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Food allergy is a common problem in the pediatric age group, one that has numerous manifestations and touches on many organ systems. As such, food allergy is often first seen and managed by the generalist such as the pediatrician or family practitioner. However, various aspects of food allergy may also necessitate the involvement of a subspecialist. For the purposes of this chapter, we will focus on the aspects of food allergy and intolerance that involve the gastrointestinal tract and may require the assistance of a gastroenterologist.

Immune-mediated food reactions are typical (IgE-mediated or type 1) food allergy as well as several types of food reactions that involve either mixed (IgE and non-IgE) or delayed (non-IgE) hypersensitivity. GI manifestations of type 1 food allergy include the oral allergy syndrome (OAS) and immediate hypersensitivity reactions. From this point forward, the term food allergy will refer to immune-mediated food reactions, with a particular emphasis on the gastrointestinal manifestations of each of these reactions.

Type I (IgE-mediated) immediate hypersensitivity reactions to foods are most common in young children, with 50% of these reactions occurring in the first year of life. The majority are reactions to cow’s milk or to soy protein from infant formulas.1 Other food allergies begin to predominate in older children, including egg, fish, peanut, and wheat. Together with milk and soy, these account for more than 90% of food allergy in children.2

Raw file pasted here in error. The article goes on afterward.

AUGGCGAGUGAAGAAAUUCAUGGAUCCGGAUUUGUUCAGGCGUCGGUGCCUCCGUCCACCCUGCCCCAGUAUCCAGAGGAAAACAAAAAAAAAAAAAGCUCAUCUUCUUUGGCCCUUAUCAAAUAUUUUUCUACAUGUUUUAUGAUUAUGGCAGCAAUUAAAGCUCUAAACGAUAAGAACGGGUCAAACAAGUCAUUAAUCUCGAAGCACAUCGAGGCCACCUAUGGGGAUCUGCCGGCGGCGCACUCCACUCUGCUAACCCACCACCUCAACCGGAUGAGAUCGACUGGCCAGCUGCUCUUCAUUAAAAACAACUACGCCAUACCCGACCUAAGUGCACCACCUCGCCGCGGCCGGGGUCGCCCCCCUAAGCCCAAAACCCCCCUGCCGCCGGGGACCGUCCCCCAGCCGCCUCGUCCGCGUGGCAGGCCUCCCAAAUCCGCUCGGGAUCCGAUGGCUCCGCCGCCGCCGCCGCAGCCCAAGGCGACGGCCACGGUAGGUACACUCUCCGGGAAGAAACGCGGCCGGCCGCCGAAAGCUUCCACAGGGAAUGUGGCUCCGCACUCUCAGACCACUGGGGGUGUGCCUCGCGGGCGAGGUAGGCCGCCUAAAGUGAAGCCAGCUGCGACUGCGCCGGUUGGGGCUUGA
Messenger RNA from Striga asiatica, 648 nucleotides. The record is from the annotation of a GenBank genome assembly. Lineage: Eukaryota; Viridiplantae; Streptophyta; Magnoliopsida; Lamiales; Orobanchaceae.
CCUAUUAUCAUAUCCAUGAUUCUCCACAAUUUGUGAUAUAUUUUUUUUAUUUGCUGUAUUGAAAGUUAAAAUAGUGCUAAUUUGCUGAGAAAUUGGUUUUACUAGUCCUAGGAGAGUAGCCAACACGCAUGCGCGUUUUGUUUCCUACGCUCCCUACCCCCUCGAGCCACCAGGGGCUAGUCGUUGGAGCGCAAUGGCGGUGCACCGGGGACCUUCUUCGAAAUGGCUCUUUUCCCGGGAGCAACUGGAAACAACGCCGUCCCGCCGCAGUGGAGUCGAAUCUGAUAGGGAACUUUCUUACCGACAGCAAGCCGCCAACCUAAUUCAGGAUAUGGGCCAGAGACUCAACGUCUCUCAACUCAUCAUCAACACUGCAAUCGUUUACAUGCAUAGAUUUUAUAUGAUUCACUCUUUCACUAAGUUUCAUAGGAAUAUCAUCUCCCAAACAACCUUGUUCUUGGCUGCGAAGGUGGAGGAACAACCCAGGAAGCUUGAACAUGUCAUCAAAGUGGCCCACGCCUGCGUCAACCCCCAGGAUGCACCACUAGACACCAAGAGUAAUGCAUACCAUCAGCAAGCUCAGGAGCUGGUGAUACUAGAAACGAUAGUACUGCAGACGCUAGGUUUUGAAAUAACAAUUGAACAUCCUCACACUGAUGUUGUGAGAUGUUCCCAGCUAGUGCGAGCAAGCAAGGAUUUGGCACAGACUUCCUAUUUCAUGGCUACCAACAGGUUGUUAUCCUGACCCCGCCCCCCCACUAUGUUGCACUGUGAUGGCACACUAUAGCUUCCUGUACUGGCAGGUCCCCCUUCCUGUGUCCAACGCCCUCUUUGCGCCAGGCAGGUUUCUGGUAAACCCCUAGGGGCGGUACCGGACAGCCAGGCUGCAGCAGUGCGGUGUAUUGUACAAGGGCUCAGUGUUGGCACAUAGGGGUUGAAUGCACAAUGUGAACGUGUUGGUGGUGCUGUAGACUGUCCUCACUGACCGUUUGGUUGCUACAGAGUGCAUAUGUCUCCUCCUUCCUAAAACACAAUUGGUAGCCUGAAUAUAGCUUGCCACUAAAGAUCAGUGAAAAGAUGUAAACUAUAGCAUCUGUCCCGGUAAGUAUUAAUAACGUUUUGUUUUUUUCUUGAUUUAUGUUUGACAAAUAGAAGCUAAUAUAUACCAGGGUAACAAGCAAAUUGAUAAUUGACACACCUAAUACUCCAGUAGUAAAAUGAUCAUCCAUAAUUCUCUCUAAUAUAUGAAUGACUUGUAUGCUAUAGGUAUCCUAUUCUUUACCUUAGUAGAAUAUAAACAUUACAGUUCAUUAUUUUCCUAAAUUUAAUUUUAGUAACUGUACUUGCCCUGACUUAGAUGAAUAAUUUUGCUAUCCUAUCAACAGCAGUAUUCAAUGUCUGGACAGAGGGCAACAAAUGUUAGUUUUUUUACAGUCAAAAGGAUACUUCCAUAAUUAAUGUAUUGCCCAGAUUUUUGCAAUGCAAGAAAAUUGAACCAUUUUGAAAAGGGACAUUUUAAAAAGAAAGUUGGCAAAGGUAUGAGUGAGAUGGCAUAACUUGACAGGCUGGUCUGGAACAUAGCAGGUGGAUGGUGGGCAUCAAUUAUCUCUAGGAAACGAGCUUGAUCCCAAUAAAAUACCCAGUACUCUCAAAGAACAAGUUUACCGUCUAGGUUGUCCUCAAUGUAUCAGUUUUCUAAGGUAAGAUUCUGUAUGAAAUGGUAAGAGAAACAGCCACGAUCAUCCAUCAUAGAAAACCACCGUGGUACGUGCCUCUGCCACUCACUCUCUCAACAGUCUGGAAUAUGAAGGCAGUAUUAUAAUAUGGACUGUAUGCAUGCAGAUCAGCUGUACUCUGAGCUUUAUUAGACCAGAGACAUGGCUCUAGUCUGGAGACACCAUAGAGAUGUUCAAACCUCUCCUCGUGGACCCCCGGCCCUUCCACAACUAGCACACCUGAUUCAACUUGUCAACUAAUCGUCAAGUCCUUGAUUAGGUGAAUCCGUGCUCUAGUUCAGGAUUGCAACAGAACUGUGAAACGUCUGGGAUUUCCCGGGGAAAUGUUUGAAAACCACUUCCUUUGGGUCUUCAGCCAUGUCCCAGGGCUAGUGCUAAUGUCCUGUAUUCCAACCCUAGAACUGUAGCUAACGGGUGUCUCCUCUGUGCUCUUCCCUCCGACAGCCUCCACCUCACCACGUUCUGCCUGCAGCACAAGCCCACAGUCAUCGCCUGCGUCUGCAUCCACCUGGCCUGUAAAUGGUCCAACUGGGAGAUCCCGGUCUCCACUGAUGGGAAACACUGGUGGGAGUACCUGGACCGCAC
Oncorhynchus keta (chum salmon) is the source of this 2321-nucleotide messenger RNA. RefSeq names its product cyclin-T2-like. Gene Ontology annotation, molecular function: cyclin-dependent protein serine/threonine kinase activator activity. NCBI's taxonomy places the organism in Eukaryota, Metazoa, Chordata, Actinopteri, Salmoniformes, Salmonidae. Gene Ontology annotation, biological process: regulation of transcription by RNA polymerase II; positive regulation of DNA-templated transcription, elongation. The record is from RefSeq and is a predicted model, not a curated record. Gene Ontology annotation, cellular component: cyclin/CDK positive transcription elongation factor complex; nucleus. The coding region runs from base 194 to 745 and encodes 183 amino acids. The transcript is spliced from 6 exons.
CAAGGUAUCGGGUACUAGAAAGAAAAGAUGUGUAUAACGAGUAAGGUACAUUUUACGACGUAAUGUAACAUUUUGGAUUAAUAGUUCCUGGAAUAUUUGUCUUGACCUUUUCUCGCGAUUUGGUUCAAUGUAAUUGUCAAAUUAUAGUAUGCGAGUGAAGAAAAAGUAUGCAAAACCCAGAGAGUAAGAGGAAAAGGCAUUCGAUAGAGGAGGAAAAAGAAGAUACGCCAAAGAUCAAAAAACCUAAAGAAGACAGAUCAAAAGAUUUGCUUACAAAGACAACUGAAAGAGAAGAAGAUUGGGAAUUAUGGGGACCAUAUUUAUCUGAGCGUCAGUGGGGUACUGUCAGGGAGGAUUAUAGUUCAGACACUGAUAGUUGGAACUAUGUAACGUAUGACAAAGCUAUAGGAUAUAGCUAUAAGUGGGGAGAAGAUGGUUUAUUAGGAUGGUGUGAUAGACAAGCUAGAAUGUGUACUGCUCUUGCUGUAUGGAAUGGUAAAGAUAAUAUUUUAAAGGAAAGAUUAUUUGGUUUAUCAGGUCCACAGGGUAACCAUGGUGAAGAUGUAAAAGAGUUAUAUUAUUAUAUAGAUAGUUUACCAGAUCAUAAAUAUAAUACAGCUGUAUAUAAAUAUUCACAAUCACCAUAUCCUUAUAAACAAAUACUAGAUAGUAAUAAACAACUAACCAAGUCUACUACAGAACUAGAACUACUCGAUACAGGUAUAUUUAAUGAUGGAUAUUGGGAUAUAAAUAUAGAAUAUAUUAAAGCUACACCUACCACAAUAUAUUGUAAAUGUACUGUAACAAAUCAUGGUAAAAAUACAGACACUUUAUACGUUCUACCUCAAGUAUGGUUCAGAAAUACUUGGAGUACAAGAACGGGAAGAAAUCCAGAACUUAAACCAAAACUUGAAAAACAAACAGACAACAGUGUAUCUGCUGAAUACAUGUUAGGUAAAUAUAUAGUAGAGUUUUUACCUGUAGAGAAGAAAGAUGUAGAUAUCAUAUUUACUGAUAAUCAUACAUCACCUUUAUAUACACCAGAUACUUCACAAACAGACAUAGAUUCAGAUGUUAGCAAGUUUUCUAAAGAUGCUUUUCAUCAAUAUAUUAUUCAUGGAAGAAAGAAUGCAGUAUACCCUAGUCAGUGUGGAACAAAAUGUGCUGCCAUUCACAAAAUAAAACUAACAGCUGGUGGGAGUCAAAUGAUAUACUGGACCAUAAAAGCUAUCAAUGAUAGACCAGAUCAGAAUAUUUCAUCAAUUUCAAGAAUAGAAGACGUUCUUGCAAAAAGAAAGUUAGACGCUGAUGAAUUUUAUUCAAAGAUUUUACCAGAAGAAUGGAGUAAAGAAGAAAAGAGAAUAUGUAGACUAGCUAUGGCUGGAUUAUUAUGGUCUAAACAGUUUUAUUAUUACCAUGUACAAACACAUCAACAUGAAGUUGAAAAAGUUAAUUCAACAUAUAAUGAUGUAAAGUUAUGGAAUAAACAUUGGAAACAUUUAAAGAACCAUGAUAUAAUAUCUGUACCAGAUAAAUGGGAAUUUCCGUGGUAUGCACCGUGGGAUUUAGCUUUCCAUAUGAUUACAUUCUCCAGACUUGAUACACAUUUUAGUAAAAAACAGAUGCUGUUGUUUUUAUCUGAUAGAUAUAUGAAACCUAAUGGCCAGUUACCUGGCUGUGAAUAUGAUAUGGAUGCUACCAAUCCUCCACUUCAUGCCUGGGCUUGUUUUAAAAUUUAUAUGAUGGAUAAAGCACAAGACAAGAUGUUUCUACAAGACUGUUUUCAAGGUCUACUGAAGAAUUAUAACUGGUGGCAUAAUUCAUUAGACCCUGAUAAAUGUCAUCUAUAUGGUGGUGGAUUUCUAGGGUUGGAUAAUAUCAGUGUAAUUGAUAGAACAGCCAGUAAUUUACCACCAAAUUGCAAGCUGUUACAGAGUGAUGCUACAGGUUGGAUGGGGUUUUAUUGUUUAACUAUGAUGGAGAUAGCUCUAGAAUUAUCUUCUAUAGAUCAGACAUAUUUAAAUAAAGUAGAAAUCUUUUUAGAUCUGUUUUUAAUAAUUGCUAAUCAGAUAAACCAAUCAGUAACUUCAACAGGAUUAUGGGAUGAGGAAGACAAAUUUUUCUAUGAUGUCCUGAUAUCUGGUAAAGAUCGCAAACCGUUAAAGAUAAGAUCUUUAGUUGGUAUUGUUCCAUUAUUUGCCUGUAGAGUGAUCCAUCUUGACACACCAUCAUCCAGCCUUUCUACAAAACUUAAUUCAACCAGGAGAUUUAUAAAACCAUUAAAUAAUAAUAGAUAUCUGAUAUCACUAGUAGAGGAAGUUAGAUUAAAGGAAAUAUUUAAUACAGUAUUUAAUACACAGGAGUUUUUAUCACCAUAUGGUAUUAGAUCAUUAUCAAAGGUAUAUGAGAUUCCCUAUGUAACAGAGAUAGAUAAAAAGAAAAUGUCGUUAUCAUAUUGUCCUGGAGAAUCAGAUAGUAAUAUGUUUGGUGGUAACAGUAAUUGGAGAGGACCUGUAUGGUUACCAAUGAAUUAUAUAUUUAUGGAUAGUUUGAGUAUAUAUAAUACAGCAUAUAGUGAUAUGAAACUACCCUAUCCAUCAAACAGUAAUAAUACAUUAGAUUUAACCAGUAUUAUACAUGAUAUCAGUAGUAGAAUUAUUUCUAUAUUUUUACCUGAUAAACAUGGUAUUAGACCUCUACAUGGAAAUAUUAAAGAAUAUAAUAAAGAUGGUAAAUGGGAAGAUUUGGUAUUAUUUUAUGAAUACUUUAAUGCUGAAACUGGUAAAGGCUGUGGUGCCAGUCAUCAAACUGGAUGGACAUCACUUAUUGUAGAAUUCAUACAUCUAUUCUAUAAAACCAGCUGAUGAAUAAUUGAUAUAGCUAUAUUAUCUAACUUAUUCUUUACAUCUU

There are several gastrointestinal illnesses that manifest as a result of mixed and non-IgE allergies. Some, such as gastroesophageal reflux (GER), infantile colic, constipation, and diarrhea, are multifactorial illnesses, in which food allergy may play a prominent role in a proportion of patients with refractory symptoms. Others, such as infantile allergic proctocolitis (AP), eosinophilic esophagitis (EoE), and in some cases eosinophilic gastroenteritis (EoG), are disorders where food allergy has been demonstrated as the main (if not only) causative factor.

The gastrointestinal tract plays a major role in the development of oral tolerance to foods. Through the process of endocytosis by the enterocyte, food antigens are generally degraded into non-antigenic proteins.3,4 Although the gastrointestinal tract serves as an efficient barrier to ingested food antigens, this barrier may not be mature for the first few months of life.5 As a result, ingested antigens may have an increased propensity for being presented intact to the immune system. These intact antigens have the potential for stimulating the immune system, and driving an inappropriate response directed at the gastrointestinal tract.

With IgE-mediated food allergy, the rapid onset of GI symptoms after food ingestion correlates highly with positive IgE–RAST or skin prick tests to the offending antigen, demonstrating that these reactions are related to typical type 1 hypersensitivity. On the other hand, in patients with OAS, symptoms relate to cross-reaction between similar epitopes on certain pollens and certain fruits and vegatables.6

EoE and gastroenteritis are thought to ...

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